A subtle advocate of detrimental behaviors and attitudes, aspects of rape culture have been rooted in the crooks and crevices of U.S. media, education, and lifestyle for decades.
This week (4/11-4/15) is Sexual Assault Awareness Week. Throughout the week BELLAs hosts both midday and evening events designated to raising awareness about sexual violence. This week especially, I felt the need to look more into rape, a growing issue in the United States and in the rest of the world. In just the past years, we’ve heard about brutal child and adult rape cases occurring in the U.S., Sweden, India, etc. Some have more attention, while the majority of cases, hundreds of thousands of them, are left unreported, downplayed, and even ignored. The Rape, Abuse, and Incest National Network states that each year in America there are about 293, 000 victims of sexual assault. 44% of these victims are under age 18. 80% of the victims are under age 30. According to the Bureau of Justice Statistics, rape rates have been steadily decreasing for the last two decades. While the number of known rape cases might have reduced, justice served to these victims remains buried as a combined result of legislative flaws and a negligent societal mindset.
The latter is something deeply perturbing and led me to investigate another issue: rape culture.
Rape Culture is defined by Marshall University as, “an environment in which rape is prevalent and in which sexual violence…is normalized and excused in the media and popular culture”, often due to societal expectations about gender and sexuality. According to the CDC, 1 in 5 women experience rape at some point in their lives, yet a horrifying 98% of rapists will never be convicted – if this is a result of our society’s mentality, could rape be an ongoing issue due to the prominence of rape culture? To generalize a bit, the majority of countries in the world seem to be progressively fighting towards various equalities. Years ago, I found myself naively dubious of rape culture because the idea that a society would shift perspectives and the legal system towards blaming and shaming a victim was just too detestable to be considered. In fact, I don’t think rape is necessarily “excused” in U.S. culture (to also generalize a bit), but I do believe that elements of rape culture exist in the U.S. and definitely in other countries.
In other words, rape culture is not explicitly developing in some societies.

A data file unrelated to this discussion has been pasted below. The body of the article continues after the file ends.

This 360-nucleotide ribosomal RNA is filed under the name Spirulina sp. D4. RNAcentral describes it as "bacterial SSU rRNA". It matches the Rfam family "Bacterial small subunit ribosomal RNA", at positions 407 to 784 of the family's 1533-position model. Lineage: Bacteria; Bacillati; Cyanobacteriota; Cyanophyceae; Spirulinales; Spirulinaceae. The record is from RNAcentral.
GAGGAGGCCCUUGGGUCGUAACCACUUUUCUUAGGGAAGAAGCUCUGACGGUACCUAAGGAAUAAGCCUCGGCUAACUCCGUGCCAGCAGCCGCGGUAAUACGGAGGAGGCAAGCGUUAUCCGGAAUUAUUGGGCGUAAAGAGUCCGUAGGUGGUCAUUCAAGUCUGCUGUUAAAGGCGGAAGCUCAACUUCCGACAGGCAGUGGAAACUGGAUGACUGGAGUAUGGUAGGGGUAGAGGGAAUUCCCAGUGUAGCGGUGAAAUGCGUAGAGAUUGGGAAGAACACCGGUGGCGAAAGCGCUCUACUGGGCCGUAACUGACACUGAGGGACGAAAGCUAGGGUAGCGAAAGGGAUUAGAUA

Rather, elements of rape culture already exist and are ingrained in what we see, hear, and are taught since childhood.
There are various songs, social media campaigns, visual advertisements, and other media forms which advocate rape by inadvertently suggesting sexual violence, sexual dominance, and/or seizing control of another in vulnerable situations (read “Rape Culture and the Feminist Politics of Social Media” if you’d like to know more about this) . Something that is even more concerning is the educational approach towards sexual assault, which many of us have heard about or experienced – do you remember the old days in health class or those awkward conversations with parents? Do you remember being told not to be out too late, not to go out drinking, not to wear revealing clothes, or not to be alone? Even though some of the aforementioned are for basic safety concerns, how come we are educated more on how not to get raped, instead of focusing on the importance of not raping others? Bullying, shaming, assaulting – these topics are addressed at home and at school, but clearly not adequately. Plus, these forms of intimidation and coercion often occur in daily life at home and school and this affects the individuals (often children) who observe or witness it. It is common that young individuals will do nothing about witnessed assault, and thus their mentality becomes more accepting of it.
Most frequently, the repercussions of this rape culture are evident in the unjust treatment of victims. In the infamous Steubenville rape case in 2011, a 16-year-old victimized girl was blamed for being intoxicated, but the two football players who assaulted her were sympathized with after losing their football careers (on CNN and other media centers).
Now, it may be a stretch to label rape as a “cultural norm” in the U.S. Most people seem to perceive rapists to be terrible people – but the fact that rapists can be college students, often close friends/family, mentors, etc. seems to normalize our perception of rapists so they no longer are these “monsters”, and this may be the reason that blame is sometimes shifted towards the victim. Plus, rape is about power and control over another individual. Victims are often vulnerable and feel shamed after what they have been through, and society sometimes perceives them as devalued individuals, making it easier to shift blame upon them.
Rape is more common than most people know about, and it is up to us to support justice for victims and to reinforce teaching against bullying, power control, or anything that leads to the harassment and manipulation of others. Maybe we don’t have a definitely prevailing rape culture, but we, as a country and a culture, have an incorrigible system of dealing with and preventing sexual assault.